Contemporary composer: Christopher Rouse
Monday, September 23, 2019
Richard Whitehouse provides rich insight into the work of the prolific US composer
This article originally appeared in the October 2019 issue of Gramophone and we republish it as a tribute to Christopher Rouse, who died on September 21.
Surprising as it seems, Christopher Rouse (b1949) has made little headway in the UK – with only the occasional performance (usually from an American artist) to remind us that in the US his music is second only to that of his contemporary John Adams in frequency of hearings. Is his an output that simply does not travel well, conveying qualities such as are innately American? Or is this more to do with an aesthetic that attracts critical opprobrium in advance of the popular acclaim that would surely be accorded his music were it more often played on this side of the Atlantic?
After private consultation with George Crumb, Rouse pursued graduate studies with composers Karel Husa and Robert Moffat Palmer. Palmer is now a largely forgotten yet once significant figure (a disc of piano pieces on New World Records is required listening) whose technically intricate while vividly communicative music certainly provided a blueprint for Rouse’s own evolution. That evolution took time in coming to fruition: active as a composer from his earliest years, Rouse now acknowledges little from before his thirties. Yet two pieces for percussion group of the later 1970s have a rhythmic virtuosity and uninhibited expression key to the Dionysian impression of such works as the luridly evocative Gorgon (1984) or the triptych Phantasmata (1981-85) with their visceral yet always sophisticated and imaginative handling of the orchestra.
Such pieces as these two from the 1980s were often appraised in terms more associated with the rock music that was current in Western music during the previous decade. Indeed, Rouse led a course on the history of rock while teaching at the Eastman School of Music. The influence of rock is at its most overt in such pieces as the percussion octet Bonham (1988, a tribute to the legendary Led Zeppelin drummer), but this influence can also be seen as more subtle and incremental in other works.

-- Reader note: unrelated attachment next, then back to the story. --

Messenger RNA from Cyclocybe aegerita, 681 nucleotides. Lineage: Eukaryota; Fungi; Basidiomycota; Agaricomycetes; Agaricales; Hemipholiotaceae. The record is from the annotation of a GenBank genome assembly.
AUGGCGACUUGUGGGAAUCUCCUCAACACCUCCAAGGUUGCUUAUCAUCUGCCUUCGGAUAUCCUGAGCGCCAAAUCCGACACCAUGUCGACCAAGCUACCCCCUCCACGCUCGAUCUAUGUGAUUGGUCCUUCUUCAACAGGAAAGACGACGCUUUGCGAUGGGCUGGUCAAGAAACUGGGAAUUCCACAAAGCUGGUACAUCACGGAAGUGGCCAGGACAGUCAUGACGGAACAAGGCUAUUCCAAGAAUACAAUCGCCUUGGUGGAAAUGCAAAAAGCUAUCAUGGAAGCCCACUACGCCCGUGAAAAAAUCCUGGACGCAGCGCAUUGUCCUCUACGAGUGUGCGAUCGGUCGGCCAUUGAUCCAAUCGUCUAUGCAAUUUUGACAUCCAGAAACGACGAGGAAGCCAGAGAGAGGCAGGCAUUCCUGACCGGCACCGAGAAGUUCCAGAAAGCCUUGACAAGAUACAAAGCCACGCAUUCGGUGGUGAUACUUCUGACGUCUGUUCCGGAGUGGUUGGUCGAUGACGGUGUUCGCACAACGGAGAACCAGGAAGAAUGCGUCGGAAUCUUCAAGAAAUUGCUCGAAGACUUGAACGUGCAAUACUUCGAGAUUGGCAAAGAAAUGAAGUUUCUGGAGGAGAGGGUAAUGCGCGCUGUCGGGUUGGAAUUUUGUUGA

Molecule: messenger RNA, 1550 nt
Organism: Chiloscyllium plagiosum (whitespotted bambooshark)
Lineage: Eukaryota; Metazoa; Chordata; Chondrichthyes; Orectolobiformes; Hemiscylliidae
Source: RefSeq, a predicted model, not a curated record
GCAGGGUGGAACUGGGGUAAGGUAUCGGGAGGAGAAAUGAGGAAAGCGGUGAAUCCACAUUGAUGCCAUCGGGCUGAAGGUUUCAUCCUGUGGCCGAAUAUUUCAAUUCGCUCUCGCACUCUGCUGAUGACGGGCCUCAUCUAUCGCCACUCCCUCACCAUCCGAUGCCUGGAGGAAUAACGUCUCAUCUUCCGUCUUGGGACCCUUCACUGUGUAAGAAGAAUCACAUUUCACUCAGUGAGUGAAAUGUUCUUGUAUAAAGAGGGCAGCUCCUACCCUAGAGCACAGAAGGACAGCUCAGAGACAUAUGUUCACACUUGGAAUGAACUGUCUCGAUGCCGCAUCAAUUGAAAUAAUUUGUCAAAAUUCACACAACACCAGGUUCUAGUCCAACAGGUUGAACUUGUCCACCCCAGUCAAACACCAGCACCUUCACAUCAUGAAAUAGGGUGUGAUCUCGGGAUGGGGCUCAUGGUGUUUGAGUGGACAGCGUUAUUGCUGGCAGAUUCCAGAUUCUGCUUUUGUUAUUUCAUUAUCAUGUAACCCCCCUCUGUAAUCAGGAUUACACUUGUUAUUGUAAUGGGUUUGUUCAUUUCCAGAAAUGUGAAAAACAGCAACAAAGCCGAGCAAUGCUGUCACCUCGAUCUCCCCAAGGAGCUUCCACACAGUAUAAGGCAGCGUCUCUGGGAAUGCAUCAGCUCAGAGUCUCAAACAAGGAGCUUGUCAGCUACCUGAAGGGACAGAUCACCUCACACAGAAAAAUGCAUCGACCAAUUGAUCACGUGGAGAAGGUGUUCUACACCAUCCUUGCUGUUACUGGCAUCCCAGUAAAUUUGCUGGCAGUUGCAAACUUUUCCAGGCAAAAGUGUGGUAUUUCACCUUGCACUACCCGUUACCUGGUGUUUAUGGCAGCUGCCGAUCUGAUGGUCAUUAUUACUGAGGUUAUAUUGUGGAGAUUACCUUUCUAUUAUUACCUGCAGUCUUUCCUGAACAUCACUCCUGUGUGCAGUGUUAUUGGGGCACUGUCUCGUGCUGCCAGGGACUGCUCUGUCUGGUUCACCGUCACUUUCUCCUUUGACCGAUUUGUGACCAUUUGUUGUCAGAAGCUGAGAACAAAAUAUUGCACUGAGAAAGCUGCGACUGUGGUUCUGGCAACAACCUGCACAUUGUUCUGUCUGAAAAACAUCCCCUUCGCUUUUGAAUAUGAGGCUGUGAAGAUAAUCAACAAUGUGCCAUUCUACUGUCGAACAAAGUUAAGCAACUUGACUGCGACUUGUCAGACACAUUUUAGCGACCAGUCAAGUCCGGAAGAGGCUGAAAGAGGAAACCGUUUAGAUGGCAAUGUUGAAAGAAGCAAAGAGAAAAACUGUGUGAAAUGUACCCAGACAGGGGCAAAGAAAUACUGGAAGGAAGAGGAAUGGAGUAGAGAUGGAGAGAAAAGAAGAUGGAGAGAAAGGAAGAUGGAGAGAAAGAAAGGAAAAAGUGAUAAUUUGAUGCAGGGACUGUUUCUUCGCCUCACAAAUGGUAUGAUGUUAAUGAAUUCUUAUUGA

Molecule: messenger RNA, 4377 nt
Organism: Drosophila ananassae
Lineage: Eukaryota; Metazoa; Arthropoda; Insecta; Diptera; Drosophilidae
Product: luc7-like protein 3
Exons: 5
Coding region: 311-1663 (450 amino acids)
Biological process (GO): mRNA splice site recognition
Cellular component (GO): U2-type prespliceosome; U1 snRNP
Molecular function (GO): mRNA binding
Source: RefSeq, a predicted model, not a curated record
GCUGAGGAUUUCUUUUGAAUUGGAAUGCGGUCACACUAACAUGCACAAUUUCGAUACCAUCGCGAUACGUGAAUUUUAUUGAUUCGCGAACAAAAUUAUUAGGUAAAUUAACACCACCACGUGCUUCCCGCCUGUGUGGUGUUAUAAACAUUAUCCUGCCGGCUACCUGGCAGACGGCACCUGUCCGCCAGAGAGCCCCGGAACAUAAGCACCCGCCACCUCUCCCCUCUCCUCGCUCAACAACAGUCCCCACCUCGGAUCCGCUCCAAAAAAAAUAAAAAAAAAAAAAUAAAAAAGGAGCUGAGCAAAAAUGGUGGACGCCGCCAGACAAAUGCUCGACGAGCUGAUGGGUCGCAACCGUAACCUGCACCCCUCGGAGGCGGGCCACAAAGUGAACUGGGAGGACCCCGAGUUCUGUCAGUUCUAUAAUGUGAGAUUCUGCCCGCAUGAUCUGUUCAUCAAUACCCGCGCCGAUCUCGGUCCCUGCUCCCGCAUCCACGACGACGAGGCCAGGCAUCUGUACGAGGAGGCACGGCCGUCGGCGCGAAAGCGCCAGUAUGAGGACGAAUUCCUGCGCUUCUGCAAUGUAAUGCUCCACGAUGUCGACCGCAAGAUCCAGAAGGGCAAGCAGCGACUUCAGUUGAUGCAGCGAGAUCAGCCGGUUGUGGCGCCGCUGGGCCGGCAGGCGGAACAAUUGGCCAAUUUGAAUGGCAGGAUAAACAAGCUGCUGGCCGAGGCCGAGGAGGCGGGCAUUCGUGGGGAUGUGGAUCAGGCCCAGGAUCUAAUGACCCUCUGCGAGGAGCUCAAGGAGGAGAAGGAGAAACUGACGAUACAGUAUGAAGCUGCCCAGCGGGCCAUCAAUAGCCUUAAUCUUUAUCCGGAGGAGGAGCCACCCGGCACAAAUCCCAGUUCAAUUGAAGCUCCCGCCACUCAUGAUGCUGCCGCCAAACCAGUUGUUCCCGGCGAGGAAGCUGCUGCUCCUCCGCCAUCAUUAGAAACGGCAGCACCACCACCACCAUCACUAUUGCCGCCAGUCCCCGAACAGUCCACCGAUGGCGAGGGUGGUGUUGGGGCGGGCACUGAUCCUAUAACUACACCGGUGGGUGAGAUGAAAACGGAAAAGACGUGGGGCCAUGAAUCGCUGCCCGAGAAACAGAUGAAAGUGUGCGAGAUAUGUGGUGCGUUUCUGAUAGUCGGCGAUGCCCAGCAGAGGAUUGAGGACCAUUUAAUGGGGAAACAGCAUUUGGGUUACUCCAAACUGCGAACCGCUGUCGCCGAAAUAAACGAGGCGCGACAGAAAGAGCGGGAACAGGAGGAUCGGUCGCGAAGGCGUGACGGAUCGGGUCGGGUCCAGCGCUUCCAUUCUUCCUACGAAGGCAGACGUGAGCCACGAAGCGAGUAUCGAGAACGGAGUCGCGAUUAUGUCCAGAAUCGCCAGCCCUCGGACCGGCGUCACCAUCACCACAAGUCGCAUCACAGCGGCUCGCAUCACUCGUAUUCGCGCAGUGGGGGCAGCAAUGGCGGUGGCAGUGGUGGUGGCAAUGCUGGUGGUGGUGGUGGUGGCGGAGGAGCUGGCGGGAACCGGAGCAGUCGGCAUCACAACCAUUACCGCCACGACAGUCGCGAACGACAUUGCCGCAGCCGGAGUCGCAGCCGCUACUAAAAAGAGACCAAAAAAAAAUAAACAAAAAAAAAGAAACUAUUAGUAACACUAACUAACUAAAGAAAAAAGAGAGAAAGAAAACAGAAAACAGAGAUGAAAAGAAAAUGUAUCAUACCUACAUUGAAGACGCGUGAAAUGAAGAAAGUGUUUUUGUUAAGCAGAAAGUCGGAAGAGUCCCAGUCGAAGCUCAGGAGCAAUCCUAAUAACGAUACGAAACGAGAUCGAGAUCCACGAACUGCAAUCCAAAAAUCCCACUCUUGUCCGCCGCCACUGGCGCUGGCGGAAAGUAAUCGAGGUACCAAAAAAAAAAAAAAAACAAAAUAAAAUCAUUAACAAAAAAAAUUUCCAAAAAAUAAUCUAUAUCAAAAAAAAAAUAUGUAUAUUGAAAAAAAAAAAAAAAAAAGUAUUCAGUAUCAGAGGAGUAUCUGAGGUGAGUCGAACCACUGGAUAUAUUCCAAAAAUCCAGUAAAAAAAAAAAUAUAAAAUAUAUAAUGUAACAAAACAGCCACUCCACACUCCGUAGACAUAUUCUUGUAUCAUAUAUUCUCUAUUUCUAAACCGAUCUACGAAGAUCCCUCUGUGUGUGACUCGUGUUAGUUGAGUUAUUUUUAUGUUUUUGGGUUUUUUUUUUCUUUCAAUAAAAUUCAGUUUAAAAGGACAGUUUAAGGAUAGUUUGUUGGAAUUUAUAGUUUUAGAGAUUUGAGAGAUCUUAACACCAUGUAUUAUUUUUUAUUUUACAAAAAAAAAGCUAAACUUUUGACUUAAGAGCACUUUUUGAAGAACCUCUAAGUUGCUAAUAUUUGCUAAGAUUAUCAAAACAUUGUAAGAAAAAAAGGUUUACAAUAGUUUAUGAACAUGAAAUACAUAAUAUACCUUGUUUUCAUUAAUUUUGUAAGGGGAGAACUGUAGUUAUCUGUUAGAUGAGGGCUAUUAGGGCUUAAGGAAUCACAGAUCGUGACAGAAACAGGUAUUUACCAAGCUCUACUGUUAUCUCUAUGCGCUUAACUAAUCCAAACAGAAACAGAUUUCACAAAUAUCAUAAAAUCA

A change in aesthetic came during the mid-1980s, when Rouse’s music took on deeper and more ambiguous emotional shadings. Many of his works over the next decade were conceived as memorials (not necessarily for family or friends) and convey an elegiac or fatalistic air more affecting for those plangent and often violent episodes that the music in question has to pass through so as to arrive at a more considered acceptance.
Rouse’s Third Quartet is a combative riposte to those who equate his postmodernism with facile accessibility
Not that his output from this time is always inward-looking, as the suite of Christmas carols Karolju (1990) – settings in several ‘freely reimagined’ languages with affectionate allusions to other composers – confirms. Rouse’s only other major choral work, the Requiem (2002), composed to commemorate the bicentenary of Berlioz’s birth while following Britten by incorporating secular texts within a Latin framework, is by far his most ambitious work and that which its composer considers his finest. More’s the pity that a recording has yet to emerge.
In an output dominated by orchestral music, chamber works are relatively few, but the three string quartets are all high points. The First String Quartet (1982) is a tribute to Bartók on the centenary of his birth, and typifies the visceral impact of earlier Rouse; the Second (1988) frames its aggressive scherzo with slow movements whose stark intensity makes explicit a homage to Shostakovich; and the Third (2009), written for the Los Angeles-based Calder Quartet (who have recorded its predecessors), is a combative riposte to those who equate Rouse’s postmodernism with facile accessibility.
Conversely, concertante works are prominent – among the standard instruments, only horn, tuba, viola, double bass and harp are unaccounted for. Add to these the sombre Concerto per corde (1990), the chamber concerto Rotae Passionis (1982) with its heady central evocation of the 14 Stations of the Cross, and the cumulative abandon of the Concerto for Orchestra (2008), and the totality becomes even more extensive. Written for Joseph Alessi, the Trombone Concerto (1991) reaffirmed Rouse as a composer uncompromising in his urge to communicate – its funereal finale an apt tribute to the recently departed Leonard Bernstein – and was duly awarded the Pulitzer Prize for music. Soon followed an incisive Violin Concerto (1991), requiring dexterity from its dedicatee Cho-Liang Lin; a Cello Concerto (1992) for Yo-Yo Ma with its death-haunted references to Monteverdi and William Schuman; then a Flute Concerto (1993) for Carol Wincenc. The last was composed as a direct response to the killing of the British toddler James Bulger on Merseyside: the work’s ethereal and incisive Celtic-infused outer movements surround an elegy in which the knowledge of a young life cruelly taken is rendered without undue emoting.